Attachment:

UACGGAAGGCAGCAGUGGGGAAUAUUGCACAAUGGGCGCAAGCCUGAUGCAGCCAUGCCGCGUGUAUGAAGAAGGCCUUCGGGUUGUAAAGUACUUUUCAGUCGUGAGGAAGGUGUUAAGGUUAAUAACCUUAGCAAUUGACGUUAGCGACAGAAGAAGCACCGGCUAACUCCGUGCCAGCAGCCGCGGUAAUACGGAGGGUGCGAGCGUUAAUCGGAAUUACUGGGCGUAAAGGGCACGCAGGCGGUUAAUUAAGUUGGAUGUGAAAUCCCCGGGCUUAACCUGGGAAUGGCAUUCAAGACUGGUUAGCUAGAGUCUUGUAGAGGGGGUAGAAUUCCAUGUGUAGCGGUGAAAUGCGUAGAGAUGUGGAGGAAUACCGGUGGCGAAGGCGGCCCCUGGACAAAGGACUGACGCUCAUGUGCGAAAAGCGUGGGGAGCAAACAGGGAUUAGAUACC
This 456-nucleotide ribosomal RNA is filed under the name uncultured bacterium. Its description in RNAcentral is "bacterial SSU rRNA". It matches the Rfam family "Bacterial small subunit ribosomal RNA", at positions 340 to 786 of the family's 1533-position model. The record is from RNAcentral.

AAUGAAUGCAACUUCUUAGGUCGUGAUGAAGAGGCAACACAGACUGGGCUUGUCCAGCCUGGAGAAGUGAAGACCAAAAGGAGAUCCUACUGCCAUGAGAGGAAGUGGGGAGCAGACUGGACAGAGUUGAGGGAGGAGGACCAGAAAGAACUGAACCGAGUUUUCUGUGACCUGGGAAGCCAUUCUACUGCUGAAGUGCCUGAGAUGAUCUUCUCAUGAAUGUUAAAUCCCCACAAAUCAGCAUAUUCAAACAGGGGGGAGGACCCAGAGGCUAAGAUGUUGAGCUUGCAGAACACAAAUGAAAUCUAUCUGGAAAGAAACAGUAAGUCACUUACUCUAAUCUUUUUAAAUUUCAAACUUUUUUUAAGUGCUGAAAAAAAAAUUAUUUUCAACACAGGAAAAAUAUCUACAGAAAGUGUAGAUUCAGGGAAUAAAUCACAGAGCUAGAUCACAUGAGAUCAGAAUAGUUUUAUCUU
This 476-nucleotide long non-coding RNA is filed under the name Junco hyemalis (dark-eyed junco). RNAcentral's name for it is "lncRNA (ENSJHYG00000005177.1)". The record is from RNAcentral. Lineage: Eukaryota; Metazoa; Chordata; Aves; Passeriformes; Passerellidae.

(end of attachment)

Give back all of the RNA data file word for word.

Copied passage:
UACGGAAGGCAGCAGUGGGGAAUAUUGCACAAUGGGCGCAAGCCUGAUGCAGCCAUGCCGCGUGUAUGAAGAAGGCCUUCGGGUUGUAAAGUACUUUUCAGUCGUGAGGAAGGUGUUAAGGUUAAUAACCUUAGCAAUUGACGUUAGCGACAGAAGAAGCACCGGCUAACUCCGUGCCAGCAGCCGCGGUAAUACGGAGGGUGCGAGCGUUAAUCGGAAUUACUGGGCGUAAAGGGCACGCAGGCGGUUAAUUAAGUUGGAUGUGAAAUCCCCGGGCUUAACCUGGGAAUGGCAUUCAAGACUGGUUAGCUAGAGUCUUGUAGAGGGGGUAGAAUUCCAUGUGUAGCGGUGAAAUGCGUAGAGAUGUGGAGGAAUACCGGUGGCGAAGGCGGCCCCUGGACAAAGGACUGACGCUCAUGUGCGAAAAGCGUGGGGAGCAAACAGGGAUUAGAUACC
This 456-nucleotide ribosomal RNA is filed under the name uncultured bacterium. Its description in RNAcentral is "bacterial SSU rRNA". It matches the Rfam family "Bacterial small subunit ribosomal RNA", at positions 340 to 786 of the family's 1533-position model. The record is from RNAcentral.

AAUGAAUGCAACUUCUUAGGUCGUGAUGAAGAGGCAACACAGACUGGGCUUGUCCAGCCUGGAGAAGUGAAGACCAAAAGGAGAUCCUACUGCCAUGAGAGGAAGUGGGGAGCAGACUGGACAGAGUUGAGGGAGGAGGACCAGAAAGAACUGAACCGAGUUUUCUGUGACCUGGGAAGCCAUUCUACUGCUGAAGUGCCUGAGAUGAUCUUCUCAUGAAUGUUAAAUCCCCACAAAUCAGCAUAUUCAAACAGGGGGGAGGACCCAGAGGCUAAGAUGUUGAGCUUGCAGAACACAAAUGAAAUCUAUCUGGAAAGAAACAGUAAGUCACUUACUCUAAUCUUUUUAAAUUUCAAACUUUUUUUAAGUGCUGAAAAAAAAAUUAUUUUCAACACAGGAAAAAUAUCUACAGAAAGUGUAGAUUCAGGGAAUAAAUCACAGAGCUAGAUCACAUGAGAUCAGAAUAGUUUUAUCUU
This 476-nucleotide long non-coding RNA is filed under the name Junco hyemalis (dark-eyed junco). RNAcentral's name for it is "lncRNA (ENSJHYG00000005177.1)". The record is from RNAcentral. Lineage: Eukaryota; Metazoa; Chordata; Aves; Passeriformes; Passerellidae.